But perhaps it is not a question of that at all, but rather of “Trotskyite” cells within the PSOP itself? We are then merely confronted with a restatement of the charge of factionalism. In this case, however, it is altogether wrong to speak of building cells, since it is open political collaboration which is involved, and an equally open ideological struggle between two tendencies. Assuredly, if the ideological struggle were to be replaced by bureaucratic repressions, then the “Trotskyites” would not only be justified but duty bound in my opinion to resort to the method of undercover cells. À la guerre comme à la guerre! But the responsibility for the existence of undercover cells would in that case fall squarely upon the shoulders of the totalitarian bureaucracy.
Just what is implied by “commanded from outside?” Here, too, Pivert mentions no persons, no institutions and no facts (apparently in the interests of politeness). We may assume, however, that he wished to say: “Commanded by Trotsky.” Many, for lack of serious arguments, have resorted to this insinuation. But just what does the term “command” signify in this case? The Stalin bureaucracy commands by dint of power and money. Blum’s machine commands by dint of its ties with the bourgeoisie. The Trotskyites have neither money, nor a GPU, nor ties with the bourgeoisie. How then can they “command?” It is simply a question of solidarity on fundamental questions. Why then the insinuation?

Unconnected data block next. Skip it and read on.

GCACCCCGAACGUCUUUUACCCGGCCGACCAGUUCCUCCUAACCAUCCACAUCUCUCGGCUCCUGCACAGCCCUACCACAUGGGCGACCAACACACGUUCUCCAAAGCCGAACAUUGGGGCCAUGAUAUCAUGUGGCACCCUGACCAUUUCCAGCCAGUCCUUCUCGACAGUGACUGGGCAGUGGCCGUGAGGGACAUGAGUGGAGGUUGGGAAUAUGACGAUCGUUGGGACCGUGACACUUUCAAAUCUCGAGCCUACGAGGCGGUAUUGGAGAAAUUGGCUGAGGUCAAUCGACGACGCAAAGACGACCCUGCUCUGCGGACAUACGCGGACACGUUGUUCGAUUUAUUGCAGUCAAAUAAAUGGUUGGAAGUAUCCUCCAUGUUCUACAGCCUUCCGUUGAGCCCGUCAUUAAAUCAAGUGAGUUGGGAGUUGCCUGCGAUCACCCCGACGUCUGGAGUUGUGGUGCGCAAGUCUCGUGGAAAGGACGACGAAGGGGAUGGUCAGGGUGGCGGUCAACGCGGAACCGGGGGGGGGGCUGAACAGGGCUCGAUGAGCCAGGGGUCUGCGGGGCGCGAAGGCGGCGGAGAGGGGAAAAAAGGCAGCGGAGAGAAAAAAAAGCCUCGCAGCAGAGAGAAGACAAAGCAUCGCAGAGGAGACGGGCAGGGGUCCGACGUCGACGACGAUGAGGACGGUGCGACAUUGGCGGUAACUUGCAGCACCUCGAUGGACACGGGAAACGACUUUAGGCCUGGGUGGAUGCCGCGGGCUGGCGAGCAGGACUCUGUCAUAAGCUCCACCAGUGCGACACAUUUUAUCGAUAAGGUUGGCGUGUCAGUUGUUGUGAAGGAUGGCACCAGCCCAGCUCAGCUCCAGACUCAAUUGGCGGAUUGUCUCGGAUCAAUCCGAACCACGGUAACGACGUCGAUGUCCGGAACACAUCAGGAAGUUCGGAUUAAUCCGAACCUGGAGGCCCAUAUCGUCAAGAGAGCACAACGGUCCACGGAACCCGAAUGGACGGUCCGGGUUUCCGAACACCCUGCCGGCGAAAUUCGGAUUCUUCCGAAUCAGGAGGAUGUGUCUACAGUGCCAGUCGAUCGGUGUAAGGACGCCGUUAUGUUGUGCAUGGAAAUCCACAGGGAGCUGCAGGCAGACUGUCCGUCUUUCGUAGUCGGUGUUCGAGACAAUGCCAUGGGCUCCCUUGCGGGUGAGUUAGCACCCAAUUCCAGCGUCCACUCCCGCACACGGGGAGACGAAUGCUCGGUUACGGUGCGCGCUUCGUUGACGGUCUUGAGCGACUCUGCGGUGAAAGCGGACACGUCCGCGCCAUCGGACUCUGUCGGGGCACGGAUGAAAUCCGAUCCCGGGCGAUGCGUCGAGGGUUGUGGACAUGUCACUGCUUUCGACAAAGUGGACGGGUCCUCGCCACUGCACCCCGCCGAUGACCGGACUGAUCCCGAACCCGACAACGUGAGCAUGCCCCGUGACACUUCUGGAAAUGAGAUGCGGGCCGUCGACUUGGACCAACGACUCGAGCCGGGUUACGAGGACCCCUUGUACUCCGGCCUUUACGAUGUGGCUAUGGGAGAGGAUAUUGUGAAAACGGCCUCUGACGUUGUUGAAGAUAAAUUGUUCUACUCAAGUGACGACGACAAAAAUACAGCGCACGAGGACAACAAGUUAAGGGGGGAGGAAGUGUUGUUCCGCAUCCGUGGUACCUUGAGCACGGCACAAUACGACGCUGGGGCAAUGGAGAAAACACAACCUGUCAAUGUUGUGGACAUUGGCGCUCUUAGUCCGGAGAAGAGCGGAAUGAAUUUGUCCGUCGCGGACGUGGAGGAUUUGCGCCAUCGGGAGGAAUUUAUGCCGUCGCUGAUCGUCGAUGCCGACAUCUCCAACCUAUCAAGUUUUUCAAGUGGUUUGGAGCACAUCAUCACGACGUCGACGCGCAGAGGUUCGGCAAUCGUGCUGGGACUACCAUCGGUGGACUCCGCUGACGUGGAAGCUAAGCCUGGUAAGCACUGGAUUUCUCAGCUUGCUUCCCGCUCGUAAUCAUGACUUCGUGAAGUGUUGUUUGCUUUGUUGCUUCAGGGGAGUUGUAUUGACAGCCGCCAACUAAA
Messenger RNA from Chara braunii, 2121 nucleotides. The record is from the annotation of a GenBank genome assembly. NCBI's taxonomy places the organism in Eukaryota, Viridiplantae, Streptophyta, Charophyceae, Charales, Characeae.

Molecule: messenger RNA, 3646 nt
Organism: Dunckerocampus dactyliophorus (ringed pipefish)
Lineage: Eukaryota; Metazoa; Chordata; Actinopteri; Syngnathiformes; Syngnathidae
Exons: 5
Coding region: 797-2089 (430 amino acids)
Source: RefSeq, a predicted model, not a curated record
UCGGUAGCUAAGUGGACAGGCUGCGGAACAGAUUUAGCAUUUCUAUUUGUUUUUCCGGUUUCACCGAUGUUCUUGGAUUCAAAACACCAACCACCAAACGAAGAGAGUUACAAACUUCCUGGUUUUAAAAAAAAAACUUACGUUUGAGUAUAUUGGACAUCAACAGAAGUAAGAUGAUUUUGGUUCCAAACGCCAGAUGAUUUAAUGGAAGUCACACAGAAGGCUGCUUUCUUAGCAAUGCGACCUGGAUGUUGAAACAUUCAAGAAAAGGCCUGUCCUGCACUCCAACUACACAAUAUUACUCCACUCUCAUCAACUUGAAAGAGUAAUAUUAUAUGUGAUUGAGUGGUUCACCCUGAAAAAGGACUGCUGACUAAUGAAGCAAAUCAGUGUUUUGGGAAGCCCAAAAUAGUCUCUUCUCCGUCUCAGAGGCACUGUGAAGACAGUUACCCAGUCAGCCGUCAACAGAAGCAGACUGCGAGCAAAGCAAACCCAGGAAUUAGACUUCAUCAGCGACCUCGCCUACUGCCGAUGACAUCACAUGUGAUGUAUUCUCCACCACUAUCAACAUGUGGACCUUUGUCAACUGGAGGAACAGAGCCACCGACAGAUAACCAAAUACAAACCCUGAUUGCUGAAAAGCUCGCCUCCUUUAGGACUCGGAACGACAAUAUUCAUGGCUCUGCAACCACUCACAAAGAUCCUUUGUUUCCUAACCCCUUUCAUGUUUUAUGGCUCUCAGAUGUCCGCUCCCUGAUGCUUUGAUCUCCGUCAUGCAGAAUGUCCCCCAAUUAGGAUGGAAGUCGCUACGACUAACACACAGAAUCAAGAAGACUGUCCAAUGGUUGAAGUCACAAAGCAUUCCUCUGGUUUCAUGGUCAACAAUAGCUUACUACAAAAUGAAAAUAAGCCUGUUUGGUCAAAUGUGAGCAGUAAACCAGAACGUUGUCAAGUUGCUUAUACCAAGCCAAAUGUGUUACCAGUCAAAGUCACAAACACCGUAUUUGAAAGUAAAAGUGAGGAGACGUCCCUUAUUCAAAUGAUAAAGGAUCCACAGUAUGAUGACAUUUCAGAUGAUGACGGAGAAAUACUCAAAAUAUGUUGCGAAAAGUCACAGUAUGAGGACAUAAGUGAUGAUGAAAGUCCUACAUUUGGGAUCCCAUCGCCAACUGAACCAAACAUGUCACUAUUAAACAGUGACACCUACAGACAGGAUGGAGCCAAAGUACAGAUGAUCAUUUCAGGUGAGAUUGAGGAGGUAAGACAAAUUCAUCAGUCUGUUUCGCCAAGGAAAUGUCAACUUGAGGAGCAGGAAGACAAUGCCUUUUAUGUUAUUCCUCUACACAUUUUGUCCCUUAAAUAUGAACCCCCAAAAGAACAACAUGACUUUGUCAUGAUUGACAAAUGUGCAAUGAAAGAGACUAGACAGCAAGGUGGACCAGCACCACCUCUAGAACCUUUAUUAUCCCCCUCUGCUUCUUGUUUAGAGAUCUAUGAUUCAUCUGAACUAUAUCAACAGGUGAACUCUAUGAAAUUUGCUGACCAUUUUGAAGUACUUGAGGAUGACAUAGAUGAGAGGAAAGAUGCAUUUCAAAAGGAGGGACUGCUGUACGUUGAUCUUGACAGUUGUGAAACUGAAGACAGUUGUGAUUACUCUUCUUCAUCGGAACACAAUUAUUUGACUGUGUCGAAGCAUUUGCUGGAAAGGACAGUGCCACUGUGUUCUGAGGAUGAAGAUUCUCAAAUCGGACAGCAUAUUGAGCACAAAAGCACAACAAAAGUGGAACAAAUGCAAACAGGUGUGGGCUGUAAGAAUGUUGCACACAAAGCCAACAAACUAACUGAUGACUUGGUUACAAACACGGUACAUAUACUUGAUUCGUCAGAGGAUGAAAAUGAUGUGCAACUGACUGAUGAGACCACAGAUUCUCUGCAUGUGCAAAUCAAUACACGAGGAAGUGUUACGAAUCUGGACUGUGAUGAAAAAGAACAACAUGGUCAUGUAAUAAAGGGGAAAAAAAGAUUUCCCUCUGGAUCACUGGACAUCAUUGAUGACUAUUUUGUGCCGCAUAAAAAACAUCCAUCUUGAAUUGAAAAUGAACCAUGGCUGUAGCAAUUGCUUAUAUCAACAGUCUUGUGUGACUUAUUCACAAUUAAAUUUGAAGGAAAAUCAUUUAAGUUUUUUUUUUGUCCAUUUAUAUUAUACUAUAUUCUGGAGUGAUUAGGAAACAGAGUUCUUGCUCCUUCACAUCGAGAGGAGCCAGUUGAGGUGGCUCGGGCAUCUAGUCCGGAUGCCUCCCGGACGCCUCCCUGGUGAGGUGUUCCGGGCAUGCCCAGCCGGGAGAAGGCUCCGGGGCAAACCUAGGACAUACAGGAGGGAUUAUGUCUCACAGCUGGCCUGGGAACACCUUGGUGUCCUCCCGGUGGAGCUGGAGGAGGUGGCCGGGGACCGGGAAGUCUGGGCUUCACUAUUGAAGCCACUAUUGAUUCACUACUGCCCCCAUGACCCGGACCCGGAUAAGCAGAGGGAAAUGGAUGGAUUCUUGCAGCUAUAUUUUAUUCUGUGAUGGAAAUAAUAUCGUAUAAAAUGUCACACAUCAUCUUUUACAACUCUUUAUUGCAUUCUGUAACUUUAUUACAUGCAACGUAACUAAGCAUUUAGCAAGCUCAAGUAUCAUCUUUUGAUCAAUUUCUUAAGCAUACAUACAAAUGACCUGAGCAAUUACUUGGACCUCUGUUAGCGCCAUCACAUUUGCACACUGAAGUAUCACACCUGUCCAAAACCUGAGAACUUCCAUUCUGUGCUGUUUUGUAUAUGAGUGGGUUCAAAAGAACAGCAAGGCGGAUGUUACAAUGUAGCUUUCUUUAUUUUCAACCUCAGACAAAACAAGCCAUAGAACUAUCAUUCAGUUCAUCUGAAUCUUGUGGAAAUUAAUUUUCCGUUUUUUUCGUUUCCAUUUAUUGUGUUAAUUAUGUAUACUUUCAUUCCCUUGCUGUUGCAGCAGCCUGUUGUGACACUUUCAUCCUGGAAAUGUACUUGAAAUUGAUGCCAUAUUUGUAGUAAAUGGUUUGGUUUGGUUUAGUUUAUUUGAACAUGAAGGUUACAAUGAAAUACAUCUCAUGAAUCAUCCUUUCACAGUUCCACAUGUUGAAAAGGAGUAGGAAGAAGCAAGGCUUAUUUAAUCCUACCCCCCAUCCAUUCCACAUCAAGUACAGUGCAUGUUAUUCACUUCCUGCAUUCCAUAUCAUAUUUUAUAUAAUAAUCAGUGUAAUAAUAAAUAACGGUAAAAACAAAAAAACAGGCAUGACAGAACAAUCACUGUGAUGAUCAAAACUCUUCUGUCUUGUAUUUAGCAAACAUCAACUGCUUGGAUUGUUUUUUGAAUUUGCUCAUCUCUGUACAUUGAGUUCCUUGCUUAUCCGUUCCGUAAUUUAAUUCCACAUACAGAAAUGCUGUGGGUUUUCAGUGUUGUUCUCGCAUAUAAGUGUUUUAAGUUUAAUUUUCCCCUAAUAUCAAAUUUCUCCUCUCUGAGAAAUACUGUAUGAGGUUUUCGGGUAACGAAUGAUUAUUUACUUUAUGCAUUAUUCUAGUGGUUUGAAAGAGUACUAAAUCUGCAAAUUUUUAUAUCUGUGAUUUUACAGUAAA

Nor is the expression “from outside” in any way happier. Is that an allusion to people outside the party? Or foreigners? Of what crime are these foreigners guilty? Of expressing their opinions and offering advice? When a serious struggle occurs within a revolutionary party, it inevitably engenders international repercussions. The representatives of one and the same tendency in various countries naturally seek to support each other. What is malicious or criminal about it? On the contrary, it is a manifestation of internationalism. Instead of chiding the “Trotskyites,” one should learn from them!
Pivert then goes on to demand of the Trotskyites that they abandon their “means of pressure (?) or corruption (??) or systematic denigration ...” What is implied by the expression “means of pressure?” The apparatus of the party is in Pivert’s hands, and the methods of pressure permitted by that apparatus are by no means alien to Pivert. The opposition has nothing at its disposal, save its ideas. Does Pivert wish to prohibit the exercise of ideological pressure? The term “corruption” has a very precise meaning in the language of politics: bribery, careerism, etc. In my opinion the Fourth International is the last organization one could possibly accuse of such sins. There remains “systematic denigration.” Experience has demonstrated that the vaguer the views of a politician, and the less he endures criticism, the more readily does a trenchant argument seem to him “denigration.” An excess of sensitivity, is a symptom of inner lack of confidence. As a party leader, Pivert should set an example of “trustful collaboration” and yet he permits himself to speak of “corruption.” Let us hold that Pivert’s pen slipped and that he himself will find occasion to make the correction.